The Best Seat at the Track, The Best View on the Net!
Aug. 26, 2016
What to Watch: Friday
This weekend's TV Schedule can be found here.
by The Frontstretch Staff
Records and facts
Last year's Pure Michigan 400 was the second and final race with NASCAR's high-drag aerodynamic package. What did that do? It created high in-car temperatures (at Casey Mears' headrest, it was 155 degrees by lap 50), but also made passing very difficult.
Matt Kenseth led 146 laps and took the victory in last year's event, one that was criticized for a lack of action. Kevin Harvick was second, followed by Martin Truex, Jr., Austin Dillon and Denny Hamlin.
Among active drivers, Greg Biffle stands alone with four victories at the two-mile track. Matt Kenseth, Bobby Labonte (not entered this week) and defending race winner Kurt Busch each have three Michigan wins while Carl Edwards, Denny Hamlin, Ryan Newman, Joey Logano and Dale Earnhardt, Jr. have two apiece.
All-time, David Pearson is the winningest driver at Michigan with nine career victories, including three in a row at one point. His first Michigan win came in the Yankee 600, an attempt to run a 600-mile race at Michigan. It ended up being rain-shortened to 165 laps of the scheduled 300.
Cale Yarborough is second all-time at MIS with eight wins, followed by Bill Elliott with seven. Mark Martin and Rusty Wallace both have five victories apiece.
Track / Race Length: 2-mile "D-Shaped" oval, 200 laps (400 miles)
Banking: 18 degrees
Frontstretch: 3,600 ft., banked 12 degrees
Backstretch: 2,242 ft., banked 5 degrees
Grandstand Seating: 71,000
Pit Road Speed: 45 mph
Pace Car Speed: 55 mph
Opened: 1968 (first Cup race in 1969)
Remaining Pre-Race Schedule:
Practice No. 1: Friday, August 26, 12 - 1:25 p.m. on NBCSN
Qualifying: Friday, August 26, 5:15 p.m. on NBCSN
Practice No. 2: Saturday, August 27, 8:30 - 9:25 a.m. on CNBC
Happy Hour: Saturday, August 26, 11:30 a.m. - 12:50 p.m. on CNBC
"How you finish at Michigan depends on how your day is going. If you're having a good day, it's not really hard to tell your guys what you need and everyone is in a good mood. If you're having a bad day, you can get behind at Michigan really fast. Usually, when you're hooked up at Michigan, the leaders have clean air and move through traffic pretty well. But, if you're in the middle of the pack, you find yourself getting behind and going a lap down pretty quickly. You're going to end up with a green-flag pit stop and a whole bunch of green-flag laps. You just have to be going from the time the green flag drops and keep yourself in position at the end." - Kevin Harvick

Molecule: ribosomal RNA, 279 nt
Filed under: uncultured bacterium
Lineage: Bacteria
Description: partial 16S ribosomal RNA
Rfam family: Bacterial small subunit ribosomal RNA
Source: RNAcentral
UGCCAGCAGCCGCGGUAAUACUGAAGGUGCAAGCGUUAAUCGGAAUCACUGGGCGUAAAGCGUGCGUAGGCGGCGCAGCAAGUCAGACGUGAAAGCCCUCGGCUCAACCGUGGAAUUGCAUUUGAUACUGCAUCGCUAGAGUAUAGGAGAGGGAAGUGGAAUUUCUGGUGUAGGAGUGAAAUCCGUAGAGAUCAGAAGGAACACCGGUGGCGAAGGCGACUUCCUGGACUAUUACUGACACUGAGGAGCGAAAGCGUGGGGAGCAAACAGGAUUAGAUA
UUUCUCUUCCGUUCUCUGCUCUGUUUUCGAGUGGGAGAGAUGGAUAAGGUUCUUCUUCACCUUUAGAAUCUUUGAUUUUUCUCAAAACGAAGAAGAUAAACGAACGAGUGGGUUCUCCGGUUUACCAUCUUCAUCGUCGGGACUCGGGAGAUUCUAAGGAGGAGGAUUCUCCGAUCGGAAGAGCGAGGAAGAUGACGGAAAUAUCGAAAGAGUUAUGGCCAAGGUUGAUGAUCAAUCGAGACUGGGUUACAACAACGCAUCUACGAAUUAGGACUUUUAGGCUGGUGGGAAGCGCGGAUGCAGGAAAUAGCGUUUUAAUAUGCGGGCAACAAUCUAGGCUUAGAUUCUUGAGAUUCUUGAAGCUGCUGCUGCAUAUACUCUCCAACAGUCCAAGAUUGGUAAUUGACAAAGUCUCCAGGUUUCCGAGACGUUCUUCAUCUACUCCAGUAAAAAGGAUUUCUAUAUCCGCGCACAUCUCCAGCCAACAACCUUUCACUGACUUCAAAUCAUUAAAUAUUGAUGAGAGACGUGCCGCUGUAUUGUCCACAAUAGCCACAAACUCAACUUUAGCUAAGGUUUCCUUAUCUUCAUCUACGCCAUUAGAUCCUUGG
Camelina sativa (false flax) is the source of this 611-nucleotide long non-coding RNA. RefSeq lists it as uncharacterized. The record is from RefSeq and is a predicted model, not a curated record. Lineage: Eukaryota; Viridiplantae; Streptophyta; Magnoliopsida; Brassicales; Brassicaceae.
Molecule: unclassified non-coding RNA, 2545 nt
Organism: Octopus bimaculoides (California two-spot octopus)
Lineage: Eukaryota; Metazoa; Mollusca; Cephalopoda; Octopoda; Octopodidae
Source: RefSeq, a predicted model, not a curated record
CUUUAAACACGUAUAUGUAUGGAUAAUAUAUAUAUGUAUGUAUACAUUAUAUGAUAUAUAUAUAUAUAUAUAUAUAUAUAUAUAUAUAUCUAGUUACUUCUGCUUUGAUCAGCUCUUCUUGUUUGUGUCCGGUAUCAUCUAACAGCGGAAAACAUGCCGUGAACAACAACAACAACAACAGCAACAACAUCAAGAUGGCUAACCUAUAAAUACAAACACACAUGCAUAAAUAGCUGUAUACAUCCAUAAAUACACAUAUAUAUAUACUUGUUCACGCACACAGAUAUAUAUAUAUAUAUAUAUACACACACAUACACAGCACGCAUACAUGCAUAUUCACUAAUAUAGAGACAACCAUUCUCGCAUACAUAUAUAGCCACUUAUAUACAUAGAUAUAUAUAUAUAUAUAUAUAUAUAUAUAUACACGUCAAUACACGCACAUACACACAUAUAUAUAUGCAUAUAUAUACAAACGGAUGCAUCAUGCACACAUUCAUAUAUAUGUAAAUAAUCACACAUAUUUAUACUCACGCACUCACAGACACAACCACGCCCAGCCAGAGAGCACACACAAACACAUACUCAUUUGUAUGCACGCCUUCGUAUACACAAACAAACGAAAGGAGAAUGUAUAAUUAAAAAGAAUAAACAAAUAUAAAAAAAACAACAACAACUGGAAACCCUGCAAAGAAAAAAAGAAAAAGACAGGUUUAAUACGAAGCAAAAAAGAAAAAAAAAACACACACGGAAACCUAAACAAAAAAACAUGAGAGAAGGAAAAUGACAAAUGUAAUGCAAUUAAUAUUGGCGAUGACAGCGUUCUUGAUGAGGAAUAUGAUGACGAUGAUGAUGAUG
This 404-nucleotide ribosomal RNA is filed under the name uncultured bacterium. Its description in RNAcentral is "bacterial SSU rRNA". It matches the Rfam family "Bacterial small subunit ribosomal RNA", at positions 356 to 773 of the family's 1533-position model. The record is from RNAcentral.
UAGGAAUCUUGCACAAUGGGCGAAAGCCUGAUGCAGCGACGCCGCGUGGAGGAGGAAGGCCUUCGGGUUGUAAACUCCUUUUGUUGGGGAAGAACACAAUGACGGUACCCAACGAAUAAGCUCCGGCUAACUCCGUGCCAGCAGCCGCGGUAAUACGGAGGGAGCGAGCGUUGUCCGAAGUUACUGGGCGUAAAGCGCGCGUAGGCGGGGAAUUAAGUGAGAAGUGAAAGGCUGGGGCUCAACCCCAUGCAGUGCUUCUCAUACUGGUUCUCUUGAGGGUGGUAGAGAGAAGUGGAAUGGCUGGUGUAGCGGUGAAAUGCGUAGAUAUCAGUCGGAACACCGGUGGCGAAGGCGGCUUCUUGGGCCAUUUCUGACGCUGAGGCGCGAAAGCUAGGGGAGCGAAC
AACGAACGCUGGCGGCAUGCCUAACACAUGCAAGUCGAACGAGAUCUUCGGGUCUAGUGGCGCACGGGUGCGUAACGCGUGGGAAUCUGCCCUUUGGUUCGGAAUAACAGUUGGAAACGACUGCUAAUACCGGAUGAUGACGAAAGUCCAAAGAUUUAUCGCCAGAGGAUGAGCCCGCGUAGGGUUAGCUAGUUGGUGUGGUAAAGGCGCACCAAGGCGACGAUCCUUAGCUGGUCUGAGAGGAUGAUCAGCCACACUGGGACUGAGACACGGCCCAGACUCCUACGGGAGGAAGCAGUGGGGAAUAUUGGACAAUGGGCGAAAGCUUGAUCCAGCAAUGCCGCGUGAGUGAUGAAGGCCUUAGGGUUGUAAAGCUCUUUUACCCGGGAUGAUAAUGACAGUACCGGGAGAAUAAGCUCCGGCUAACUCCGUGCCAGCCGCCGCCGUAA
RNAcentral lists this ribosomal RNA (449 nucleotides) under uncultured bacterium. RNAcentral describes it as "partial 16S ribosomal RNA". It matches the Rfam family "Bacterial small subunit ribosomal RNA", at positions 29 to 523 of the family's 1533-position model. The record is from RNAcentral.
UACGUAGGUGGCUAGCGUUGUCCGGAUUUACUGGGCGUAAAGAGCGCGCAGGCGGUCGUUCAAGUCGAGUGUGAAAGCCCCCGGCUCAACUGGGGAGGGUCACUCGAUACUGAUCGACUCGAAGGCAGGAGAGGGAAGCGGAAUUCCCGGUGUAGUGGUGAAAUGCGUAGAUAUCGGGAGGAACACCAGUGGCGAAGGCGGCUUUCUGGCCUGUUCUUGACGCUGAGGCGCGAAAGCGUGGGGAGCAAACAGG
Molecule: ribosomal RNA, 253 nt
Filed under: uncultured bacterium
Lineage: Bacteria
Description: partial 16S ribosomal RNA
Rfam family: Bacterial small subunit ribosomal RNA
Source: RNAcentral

"I think it is good to go back a second time to Michigan and let the teams have another shot at the downforce package. From my standpoint, the first Michigan, with the lower downforce, it was still Michigan. It still raced the same. It was still tough to pass. It's been that way ever since we've resurfaced the racetrack. So, I don't put a lot of weight in the package as the culprit there. Going back a second time with it, hopefully we refine our cars and we can race a little bit better." - Jimmie Johnson
"I think the downforce changes are a good direction and it's the direction the series is trying to go. I think it's cool that we ran it at Michigan before and we'll get to run it at Michigan again, to be able to go back-to-back with the package is good. Everybody can use what they learned and run it again.
"It's a pretty big difference this year compared to last year. That high-drag package just punched such a big hole. It was really hard to get around other cars. Less downforce definitely makes a difference. We're still carrying an awful lot of speed through the corners, so it's not like it takes out the aero effect completely, but it can definitely minimize it." - Landon Cassill
Phil Allaway is the Newsletter Manager and a Senior Writer for Frontstretch.com. He can be reached via e-mail at firstname.lastname@example.org.
by the Frontstretch Staff
by Kevin Rutherford
Q: CART races at Michigan in the mid-1980s were wreckfests. The 1984 Michigan 500 is probably best known for a crash just after halfway that ended the season for Chip Ganassi. Mario Andretti won over Tom Sneva, but the finish was marred by another huge crash. What happened?
The incident looks innocuous, but there was intent behind it. Busch claimed on his radio that he was trying to intentionally cut Spencer's tire and he failed to do it. That's not cool, especially at the speeds you can reach at Michigan.
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